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I was helping some students today, quite successfully, until I came across this problem:

$$\begin{align} \ce{A &<=>[$k_+$][$k_-$] B + C} \\[5pt] \ce{C + D &->[$k_1$] E} \end{align}$$

The first equation is a fast process with forward and reverse rate constants $k_+$ and $k_-$, respectively. The second process is slow, with rate constant $k_1$.

The objective is to write down a rate law for the resulting equation:

$$\ce{A + D -> B + E}$$

The technique that had been working was to write down the rate for the slow process...

$$r = k_1[\ce{C}][\ce{D}]$$

Since $\ce{C}$ is a product in the fast reaction, which is an equilibrium equation, we also have:

$$k_+[\ce{A}]=k_-[\ce{B}][\ce{C}]$$

This is where things went awry, because the rate law that we seek is a function of $[\ce{A}]$ and $[\ce{D}]$ only. Considering the stoichiometry, it seemed appropriate to put $[\ce{B}]=[\ce{C}]$. This leads to the substitution $[\ce{C}]=(\frac{k_+}{k_-})^{1/2}[\ce{A}]^{1/2}$. The interface has declared the result to be invalid, so it must be an illegal maneuver. How, then, do I eliminate $[\ce{B}]$ and $[\ce{C}]$ and come up with the desired reaction rate law?

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You can't write $[\ce{B}] = [\ce{C}]$ because $\ce{C}$ is consumed in the second step but $\ce{B}$ isn't. However, you were pretty much on the right track.

Since $\ce{E}$ is produced from $\ce{D}$, you can write $[\ce{E}] = [\ce{D}]_i - [\ce{D}]$ where $[\ce{X}]$ denotes the concentration of $\ce{X}$ at a certain point in time and $[\ce{X}]_i$ denotes the initial concentration of $\ce{X}$. This is assuming that the initial concentration of $\ce{E}$ is $0$, of course.

On top of this, $\ce{C}$ is either produced from $\ce{A}$, or consumed in the production of $\ce{E}$. Therefore you can write $[\ce{C}] = [\ce{A}]_i - [\ce{A}] - [\ce{E}] = [\ce{A}]_i - [\ce{A}] - [\ce{D}]_i + [\ce{D}]$. (There is the reverse step in which $\ce{C}$ produces $\ce{A}$, but the equation still holds, since you can just consider this to be "negative" production of $\ce{C}$ from $\ce{A}$.)

Your rate law is therefore: $r = k_1[\ce{D}]\big([\ce{A}]_i - [\ce{A}] - [\ce{D}]_i + [\ce{D}]\big)$. The initial concentrations are merely constants, so you could view this as being of the form $r = k_a[\ce{D}] + k_b[\ce{A}][\ce{D}] + k_c[\ce{D}]^2$. I can't think of any way to simplify this (the steady-state approximation is not very valid here since $\ce{C}$ is produced quickly and consumed slowly, and in any case it does not yield a nicer expression). I imagine that one could use some form of an integrated rate law to find expressions for $[\ce{A}]$ and/or $[\ce{D}]$, but it would just make things even uglier.

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  • $\begingroup$ Very nice explanation of how to eliminate C. But B can also be eliminated by pretty much the same stoichiometric considerations. You're right that the math is messy though. $\endgroup$ – Curt F. Jul 20 '15 at 17:36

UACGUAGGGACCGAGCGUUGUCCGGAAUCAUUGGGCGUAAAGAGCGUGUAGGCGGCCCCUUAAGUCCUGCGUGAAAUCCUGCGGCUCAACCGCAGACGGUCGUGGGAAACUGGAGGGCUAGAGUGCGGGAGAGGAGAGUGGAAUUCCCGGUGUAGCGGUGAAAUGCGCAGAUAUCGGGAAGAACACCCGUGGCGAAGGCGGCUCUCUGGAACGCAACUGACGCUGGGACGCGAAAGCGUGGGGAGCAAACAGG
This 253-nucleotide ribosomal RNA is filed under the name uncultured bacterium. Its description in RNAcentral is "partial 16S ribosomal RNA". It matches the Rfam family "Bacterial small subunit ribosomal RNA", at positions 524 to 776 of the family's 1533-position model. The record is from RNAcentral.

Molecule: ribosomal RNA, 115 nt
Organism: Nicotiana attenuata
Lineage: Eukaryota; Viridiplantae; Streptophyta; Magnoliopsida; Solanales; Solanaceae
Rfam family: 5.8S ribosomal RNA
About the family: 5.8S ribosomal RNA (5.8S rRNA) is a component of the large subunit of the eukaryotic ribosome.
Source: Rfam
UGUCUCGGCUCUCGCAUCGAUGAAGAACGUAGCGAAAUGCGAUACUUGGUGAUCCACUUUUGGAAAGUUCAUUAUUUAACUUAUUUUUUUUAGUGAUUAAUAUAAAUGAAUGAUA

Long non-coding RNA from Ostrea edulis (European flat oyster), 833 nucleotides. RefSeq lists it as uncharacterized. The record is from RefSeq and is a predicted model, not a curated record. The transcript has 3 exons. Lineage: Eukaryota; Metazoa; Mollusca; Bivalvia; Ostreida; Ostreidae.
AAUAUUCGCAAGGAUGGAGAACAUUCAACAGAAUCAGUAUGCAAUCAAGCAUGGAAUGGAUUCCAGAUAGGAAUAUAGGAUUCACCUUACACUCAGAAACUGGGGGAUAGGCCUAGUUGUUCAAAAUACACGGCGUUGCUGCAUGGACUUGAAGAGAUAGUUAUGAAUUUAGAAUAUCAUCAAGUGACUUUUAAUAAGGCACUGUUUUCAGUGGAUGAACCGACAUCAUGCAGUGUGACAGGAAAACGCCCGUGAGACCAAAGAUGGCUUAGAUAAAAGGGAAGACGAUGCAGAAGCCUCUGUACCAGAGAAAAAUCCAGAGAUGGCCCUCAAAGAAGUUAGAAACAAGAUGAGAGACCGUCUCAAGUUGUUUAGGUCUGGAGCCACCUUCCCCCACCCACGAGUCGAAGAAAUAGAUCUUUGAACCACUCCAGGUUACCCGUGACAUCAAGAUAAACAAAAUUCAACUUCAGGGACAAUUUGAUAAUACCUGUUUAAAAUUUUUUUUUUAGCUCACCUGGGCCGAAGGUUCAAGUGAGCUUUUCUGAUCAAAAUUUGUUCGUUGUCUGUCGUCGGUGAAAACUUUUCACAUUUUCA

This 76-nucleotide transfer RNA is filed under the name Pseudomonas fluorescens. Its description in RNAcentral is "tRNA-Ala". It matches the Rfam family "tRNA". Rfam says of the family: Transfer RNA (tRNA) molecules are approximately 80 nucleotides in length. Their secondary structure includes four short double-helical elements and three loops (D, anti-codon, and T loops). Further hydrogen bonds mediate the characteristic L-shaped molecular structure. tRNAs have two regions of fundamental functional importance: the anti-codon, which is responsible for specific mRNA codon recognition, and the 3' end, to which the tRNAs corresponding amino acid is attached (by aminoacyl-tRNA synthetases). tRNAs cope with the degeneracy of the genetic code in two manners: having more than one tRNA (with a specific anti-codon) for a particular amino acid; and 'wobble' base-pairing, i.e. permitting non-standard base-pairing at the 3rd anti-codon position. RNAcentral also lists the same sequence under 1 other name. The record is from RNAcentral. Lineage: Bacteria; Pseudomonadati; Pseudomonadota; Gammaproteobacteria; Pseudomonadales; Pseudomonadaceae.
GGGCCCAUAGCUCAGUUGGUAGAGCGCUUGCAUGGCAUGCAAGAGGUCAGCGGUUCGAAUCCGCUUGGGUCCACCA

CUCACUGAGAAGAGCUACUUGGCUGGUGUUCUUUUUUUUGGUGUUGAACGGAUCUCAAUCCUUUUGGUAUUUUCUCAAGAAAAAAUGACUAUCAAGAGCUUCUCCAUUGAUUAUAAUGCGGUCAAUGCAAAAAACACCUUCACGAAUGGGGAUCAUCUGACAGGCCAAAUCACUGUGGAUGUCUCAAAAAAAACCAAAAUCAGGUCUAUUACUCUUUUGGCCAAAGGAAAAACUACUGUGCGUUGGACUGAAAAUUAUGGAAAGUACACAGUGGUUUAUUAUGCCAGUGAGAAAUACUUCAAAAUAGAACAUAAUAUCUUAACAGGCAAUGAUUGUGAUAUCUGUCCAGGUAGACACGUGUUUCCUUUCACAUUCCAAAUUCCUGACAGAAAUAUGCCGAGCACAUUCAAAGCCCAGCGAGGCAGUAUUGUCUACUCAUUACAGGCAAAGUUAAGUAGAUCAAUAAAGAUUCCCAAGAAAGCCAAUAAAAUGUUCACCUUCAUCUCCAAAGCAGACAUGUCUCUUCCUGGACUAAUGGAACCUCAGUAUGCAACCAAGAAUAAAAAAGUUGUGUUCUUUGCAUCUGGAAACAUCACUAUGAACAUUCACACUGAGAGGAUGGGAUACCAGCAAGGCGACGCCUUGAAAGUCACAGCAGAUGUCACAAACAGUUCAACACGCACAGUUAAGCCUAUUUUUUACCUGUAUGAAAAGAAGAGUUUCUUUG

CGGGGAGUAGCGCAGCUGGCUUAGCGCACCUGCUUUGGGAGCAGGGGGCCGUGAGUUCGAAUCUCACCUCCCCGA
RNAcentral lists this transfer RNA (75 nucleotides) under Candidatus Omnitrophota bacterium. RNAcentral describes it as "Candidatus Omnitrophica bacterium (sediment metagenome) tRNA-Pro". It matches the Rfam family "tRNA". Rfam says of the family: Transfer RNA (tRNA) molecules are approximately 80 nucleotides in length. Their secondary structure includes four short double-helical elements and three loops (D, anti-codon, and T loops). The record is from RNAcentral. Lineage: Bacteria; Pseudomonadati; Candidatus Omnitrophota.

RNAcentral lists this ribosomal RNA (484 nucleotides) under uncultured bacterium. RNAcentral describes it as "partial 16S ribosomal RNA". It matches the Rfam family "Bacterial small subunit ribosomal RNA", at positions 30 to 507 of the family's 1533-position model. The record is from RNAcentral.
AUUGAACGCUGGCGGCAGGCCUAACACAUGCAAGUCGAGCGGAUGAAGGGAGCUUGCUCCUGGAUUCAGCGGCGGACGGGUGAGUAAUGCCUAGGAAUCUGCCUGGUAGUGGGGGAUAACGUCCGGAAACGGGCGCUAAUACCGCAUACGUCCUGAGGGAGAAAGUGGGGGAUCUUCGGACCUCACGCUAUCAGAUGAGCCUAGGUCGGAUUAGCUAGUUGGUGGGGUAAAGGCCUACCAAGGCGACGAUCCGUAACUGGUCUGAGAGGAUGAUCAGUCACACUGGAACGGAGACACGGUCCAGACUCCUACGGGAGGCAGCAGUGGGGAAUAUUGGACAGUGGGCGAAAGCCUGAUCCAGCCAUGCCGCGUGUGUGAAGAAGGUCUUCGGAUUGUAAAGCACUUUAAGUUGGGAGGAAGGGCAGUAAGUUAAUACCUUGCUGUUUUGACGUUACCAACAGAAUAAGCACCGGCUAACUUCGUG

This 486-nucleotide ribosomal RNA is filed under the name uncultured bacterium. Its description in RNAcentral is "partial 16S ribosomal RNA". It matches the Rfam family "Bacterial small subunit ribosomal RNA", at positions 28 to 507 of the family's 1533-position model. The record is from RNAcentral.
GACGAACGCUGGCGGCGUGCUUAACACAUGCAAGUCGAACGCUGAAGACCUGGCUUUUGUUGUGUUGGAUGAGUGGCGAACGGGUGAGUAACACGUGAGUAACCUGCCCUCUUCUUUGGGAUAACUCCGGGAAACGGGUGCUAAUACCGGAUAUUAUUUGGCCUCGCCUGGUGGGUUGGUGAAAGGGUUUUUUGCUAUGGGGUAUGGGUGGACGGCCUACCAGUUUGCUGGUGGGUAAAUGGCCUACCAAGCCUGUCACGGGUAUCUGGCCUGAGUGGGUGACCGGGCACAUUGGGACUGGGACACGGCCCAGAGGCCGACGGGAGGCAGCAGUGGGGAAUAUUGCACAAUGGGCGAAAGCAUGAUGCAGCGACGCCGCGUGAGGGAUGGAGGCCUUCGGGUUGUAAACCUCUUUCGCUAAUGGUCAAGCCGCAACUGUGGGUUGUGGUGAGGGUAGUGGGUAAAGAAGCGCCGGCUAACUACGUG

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The best first step in any kinetics problem is writing down materials balances on all relevant species.

$$\frac{dA}{dt}=-k_+ A + k_-B C$$ $$\frac{dB}{dt}=+k_+ A - k_-B C$$ $$\frac{dC}{dt}=+k_+ A - k_-B C - k_1 C D$$ $$\frac{dD}{dt}=- k_1 C D$$ $$\frac{dE}{dt}= k_1 C D$$

We want to solve for $\frac{dE}{dt}$ by eliminating $C$. The assumption that the first reaction is "fast" means we can make the equilibrium assumption on $A$ and $B$ to solve for $BC$

$$BC = \frac{k_+}{k_-}A$$

We can eliminate $C$ by stoichiometric considerations. The amount of $C$ in the system at any time is just equal to the net forward progress of reaction 1 minus the forward progress of reaction 2. So $C=A_0-A - (D_0-D)=(A_0-D_0)-(A-D)$. orthocresol's answer does a great job of explaining why. But we can also make a similar argument for B: the amount of B is just equal to the net forward progress of reaction 1, or $B=A_0-A$. So after application of stoichiometry, the equilibrium equation becomes:

$$BC = \frac{k_+}{k_-}A \implies \left[A_0-A \right] \left[(A_0-D_0)-(A-D)\right] = \frac{k_+}{k_-}A$$

That is a quadratic equation in $A$ (I won't show the math) that gives $A$ if you know the constants $A_0$, $D_0$, $k_+$, and $k_-$, and the variable $D$.

Substituting our expression for $C$ into the equation for $D$:

$$\frac{dD}{dt}= - k_1 C D = -k_1 D [(A_0-D_0)-(A-D)] $$

We could substitute the quadratic solution for $A$ into this equation and get a single differential equation that depends only on $D$ and constants. Since the ultimate rate we care about, $\frac{dE}{dt}$, is equal to $-\frac{dD}{dt}$, this means we have a rate law. The algebra is messy but that is the path forward.

Some problems are harder than they look!

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